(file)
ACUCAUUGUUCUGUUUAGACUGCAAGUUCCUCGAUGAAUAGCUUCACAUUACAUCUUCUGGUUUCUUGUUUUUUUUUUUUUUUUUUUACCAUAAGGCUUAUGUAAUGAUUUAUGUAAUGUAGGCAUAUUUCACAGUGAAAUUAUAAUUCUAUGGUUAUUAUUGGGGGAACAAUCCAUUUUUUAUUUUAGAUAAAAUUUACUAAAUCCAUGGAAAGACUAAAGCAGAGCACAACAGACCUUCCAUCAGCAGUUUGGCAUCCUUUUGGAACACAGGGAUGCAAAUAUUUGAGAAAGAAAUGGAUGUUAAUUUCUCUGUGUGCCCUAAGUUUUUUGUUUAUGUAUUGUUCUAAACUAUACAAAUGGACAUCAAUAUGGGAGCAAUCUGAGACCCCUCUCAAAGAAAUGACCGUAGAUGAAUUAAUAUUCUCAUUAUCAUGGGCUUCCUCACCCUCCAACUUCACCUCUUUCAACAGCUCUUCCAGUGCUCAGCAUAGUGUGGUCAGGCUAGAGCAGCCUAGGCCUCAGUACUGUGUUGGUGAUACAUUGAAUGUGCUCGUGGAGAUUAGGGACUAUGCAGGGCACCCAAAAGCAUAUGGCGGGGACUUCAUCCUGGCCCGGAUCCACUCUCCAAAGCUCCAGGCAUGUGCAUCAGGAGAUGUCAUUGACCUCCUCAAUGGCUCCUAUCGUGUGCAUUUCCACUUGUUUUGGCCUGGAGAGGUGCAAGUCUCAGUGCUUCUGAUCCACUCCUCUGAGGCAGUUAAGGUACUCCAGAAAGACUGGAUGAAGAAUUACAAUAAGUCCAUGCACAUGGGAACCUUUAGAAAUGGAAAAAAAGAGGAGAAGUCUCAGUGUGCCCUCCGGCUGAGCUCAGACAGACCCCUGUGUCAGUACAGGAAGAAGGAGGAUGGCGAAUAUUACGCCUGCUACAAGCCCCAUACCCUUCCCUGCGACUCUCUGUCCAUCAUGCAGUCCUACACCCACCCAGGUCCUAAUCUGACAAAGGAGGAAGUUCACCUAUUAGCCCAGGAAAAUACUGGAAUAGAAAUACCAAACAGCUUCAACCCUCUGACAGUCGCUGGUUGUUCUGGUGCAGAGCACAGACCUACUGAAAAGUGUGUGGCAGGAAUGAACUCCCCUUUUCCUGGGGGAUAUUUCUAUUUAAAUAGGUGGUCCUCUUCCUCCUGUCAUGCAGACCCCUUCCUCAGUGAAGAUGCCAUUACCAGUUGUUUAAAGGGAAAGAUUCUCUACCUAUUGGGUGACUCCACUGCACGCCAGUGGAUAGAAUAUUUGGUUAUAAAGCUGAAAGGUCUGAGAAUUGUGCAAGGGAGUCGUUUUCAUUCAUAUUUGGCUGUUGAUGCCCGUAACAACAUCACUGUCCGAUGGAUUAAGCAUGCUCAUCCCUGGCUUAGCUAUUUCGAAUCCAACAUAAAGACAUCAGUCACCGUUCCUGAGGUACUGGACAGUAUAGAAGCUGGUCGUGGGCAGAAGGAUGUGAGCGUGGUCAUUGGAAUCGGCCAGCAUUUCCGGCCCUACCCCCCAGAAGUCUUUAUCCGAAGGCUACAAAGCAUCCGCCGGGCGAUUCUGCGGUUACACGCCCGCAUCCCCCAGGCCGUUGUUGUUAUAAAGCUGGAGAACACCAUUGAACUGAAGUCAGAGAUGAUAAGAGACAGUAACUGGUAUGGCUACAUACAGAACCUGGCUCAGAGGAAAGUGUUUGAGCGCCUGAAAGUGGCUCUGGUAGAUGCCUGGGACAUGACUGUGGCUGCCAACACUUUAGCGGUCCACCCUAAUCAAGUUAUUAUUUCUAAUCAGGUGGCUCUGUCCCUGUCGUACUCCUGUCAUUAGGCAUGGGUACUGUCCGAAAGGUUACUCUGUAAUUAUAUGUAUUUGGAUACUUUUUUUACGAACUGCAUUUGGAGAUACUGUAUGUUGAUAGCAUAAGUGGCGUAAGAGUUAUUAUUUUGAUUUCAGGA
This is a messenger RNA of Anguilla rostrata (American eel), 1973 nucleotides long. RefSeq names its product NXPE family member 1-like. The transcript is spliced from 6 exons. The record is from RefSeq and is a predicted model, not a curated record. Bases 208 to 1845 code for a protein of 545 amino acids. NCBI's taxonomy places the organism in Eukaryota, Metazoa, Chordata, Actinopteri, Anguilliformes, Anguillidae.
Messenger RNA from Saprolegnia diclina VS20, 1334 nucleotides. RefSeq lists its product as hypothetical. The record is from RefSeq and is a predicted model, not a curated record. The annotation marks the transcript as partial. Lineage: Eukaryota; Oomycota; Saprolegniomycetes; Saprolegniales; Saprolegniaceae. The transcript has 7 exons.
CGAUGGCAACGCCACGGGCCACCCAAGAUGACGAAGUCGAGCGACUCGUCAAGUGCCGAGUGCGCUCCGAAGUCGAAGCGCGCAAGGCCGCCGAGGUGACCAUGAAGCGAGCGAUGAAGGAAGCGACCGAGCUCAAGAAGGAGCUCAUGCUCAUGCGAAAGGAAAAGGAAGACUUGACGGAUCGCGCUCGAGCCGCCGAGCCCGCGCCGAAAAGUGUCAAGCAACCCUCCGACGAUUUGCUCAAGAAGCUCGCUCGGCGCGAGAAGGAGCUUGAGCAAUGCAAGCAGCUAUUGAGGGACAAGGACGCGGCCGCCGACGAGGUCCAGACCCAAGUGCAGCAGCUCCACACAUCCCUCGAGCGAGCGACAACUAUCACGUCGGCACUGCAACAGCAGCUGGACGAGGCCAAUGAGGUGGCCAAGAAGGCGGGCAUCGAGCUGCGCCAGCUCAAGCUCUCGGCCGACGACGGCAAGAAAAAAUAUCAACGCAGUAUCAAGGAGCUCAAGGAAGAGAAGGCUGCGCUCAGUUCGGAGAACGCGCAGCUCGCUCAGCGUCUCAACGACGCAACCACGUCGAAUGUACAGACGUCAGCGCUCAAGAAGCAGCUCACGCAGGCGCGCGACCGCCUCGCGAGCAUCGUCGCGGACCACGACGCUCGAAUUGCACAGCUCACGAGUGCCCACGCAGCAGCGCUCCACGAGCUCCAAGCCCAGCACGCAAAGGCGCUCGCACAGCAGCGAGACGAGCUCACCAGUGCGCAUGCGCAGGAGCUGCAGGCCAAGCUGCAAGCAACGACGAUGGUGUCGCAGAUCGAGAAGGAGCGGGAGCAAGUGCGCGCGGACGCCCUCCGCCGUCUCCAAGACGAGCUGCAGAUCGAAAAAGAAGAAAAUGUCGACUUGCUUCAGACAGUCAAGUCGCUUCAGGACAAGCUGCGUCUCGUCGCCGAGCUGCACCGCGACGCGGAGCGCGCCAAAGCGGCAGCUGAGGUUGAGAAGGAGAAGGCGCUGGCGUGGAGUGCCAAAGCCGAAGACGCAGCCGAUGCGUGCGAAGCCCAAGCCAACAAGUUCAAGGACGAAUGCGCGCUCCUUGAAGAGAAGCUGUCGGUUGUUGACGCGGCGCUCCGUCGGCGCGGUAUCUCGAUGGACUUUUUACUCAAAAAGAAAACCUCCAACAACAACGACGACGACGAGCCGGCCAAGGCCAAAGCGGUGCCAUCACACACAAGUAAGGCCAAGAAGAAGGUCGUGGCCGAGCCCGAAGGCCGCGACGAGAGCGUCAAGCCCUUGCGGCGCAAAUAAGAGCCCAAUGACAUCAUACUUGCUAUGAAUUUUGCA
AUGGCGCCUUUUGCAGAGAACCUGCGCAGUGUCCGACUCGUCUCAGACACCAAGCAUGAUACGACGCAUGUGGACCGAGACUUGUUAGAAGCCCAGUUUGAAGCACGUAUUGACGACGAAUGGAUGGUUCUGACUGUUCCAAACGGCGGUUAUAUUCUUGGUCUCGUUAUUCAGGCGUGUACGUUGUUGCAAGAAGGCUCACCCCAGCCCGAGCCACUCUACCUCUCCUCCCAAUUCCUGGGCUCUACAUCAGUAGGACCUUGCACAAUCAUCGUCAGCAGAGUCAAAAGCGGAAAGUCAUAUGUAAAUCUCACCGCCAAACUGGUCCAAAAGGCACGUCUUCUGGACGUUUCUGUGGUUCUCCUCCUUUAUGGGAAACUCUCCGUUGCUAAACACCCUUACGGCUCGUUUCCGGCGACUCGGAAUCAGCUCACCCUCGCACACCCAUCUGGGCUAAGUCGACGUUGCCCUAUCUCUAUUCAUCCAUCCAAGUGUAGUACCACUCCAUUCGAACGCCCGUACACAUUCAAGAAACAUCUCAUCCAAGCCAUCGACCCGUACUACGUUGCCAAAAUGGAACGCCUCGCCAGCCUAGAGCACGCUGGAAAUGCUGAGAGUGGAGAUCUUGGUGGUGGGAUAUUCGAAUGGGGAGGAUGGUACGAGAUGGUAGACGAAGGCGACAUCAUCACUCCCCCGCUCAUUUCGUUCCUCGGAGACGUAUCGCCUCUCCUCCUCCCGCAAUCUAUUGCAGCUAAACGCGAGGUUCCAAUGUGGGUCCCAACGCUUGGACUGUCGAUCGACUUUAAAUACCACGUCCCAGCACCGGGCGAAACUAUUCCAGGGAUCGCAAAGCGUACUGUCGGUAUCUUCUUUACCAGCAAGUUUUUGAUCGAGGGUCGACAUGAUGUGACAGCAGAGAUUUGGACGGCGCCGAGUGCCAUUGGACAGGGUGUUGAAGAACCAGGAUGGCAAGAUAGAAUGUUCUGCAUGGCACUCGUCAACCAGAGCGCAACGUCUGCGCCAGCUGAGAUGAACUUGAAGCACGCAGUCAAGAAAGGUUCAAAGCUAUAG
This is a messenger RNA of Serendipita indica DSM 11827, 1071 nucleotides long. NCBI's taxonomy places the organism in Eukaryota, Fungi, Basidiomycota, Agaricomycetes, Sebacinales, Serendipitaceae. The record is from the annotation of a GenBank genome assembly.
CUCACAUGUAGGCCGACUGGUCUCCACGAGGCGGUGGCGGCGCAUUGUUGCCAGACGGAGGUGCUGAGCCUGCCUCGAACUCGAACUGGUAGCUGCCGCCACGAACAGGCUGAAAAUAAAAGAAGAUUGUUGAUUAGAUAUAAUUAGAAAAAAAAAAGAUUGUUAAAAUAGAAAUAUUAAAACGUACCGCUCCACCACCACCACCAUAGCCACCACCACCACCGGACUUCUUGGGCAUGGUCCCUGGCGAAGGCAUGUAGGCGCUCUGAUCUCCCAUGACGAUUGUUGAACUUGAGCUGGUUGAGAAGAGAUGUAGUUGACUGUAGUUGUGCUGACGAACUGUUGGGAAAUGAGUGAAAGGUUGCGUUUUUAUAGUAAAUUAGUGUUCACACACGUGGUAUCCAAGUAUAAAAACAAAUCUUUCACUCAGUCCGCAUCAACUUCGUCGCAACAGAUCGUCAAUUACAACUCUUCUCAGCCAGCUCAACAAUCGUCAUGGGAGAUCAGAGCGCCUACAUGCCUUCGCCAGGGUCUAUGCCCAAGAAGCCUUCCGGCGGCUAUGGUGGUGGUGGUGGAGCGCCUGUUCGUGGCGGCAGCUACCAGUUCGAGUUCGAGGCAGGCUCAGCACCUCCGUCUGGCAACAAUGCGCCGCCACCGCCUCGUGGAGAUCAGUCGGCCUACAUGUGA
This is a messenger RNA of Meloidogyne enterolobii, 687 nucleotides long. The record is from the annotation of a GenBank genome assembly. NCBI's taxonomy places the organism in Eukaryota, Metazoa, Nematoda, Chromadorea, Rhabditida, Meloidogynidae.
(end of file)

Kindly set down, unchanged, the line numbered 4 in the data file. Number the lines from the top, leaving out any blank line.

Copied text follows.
CGAUGGCAACGCCACGGGCCACCCAAGAUGACGAAGUCGAGCGACUCGUCAAGUGCCGAGUGCGCUCCGAAGUCGAAGCGCGCAAGGCCGCCGAGGUGACCAUGAAGCGAGCGAUGAAGGAAGCGACCGAGCUCAAGAAGGAGCUCAUGCUCAUGCGAAAGGAAAAGGAAGACUUGACGGAUCGCGCUCGAGCCGCCGAGCCCGCGCCGAAAAGUGUCAAGCAACCCUCCGACGAUUUGCUCAAGAAGCUCGCUCGGCGCGAGAAGGAGCUUGAGCAAUGCAAGCAGCUAUUGAGGGACAAGGACGCGGCCGCCGACGAGGUCCAGACCCAAGUGCAGCAGCUCCACACAUCCCUCGAGCGAGCGACAACUAUCACGUCGGCACUGCAACAGCAGCUGGACGAGGCCAAUGAGGUGGCCAAGAAGGCGGGCAUCGAGCUGCGCCAGCUCAAGCUCUCGGCCGACGACGGCAAGAAAAAAUAUCAACGCAGUAUCAAGGAGCUCAAGGAAGAGAAGGCUGCGCUCAGUUCGGAGAACGCGCAGCUCGCUCAGCGUCUCAACGACGCAACCACGUCGAAUGUACAGACGUCAGCGCUCAAGAAGCAGCUCACGCAGGCGCGCGACCGCCUCGCGAGCAUCGUCGCGGACCACGACGCUCGAAUUGCACAGCUCACGAGUGCCCACGCAGCAGCGCUCCACGAGCUCCAAGCCCAGCACGCAAAGGCGCUCGCACAGCAGCGAGACGAGCUCACCAGUGCGCAUGCGCAGGAGCUGCAGGCCAAGCUGCAAGCAACGACGAUGGUGUCGCAGAUCGAGAAGGAGCGGGAGCAAGUGCGCGCGGACGCCCUCCGCCGUCUCCAAGACGAGCUGCAGAUCGAAAAAGAAGAAAAUGUCGACUUGCUUCAGACAGUCAAGUCGCUUCAGGACAAGCUGCGUCUCGUCGCCGAGCUGCACCGCGACGCGGAGCGCGCCAAAGCGGCAGCUGAGGUUGAGAAGGAGAAGGCGCUGGCGUGGAGUGCCAAAGCCGAAGACGCAGCCGAUGCGUGCGAAGCCCAAGCCAACAAGUUCAAGGACGAAUGCGCGCUCCUUGAAGAGAAGCUGUCGGUUGUUGACGCGGCGCUCCGUCGGCGCGGUAUCUCGAUGGACUUUUUACUCAAAAAGAAAACCUCCAACAACAACGACGACGACGAGCCGGCCAAGGCCAAAGCGGUGCCAUCACACACAAGUAAGGCCAAGAAGAAGGUCGUGGCCGAGCCCGAAGGCCGCGACGAGAGCGUCAAGCCCUUGCGGCGCAAAUAAGAGCCCAAUGACAUCAUACUUGCUAUGAAUUUUGCA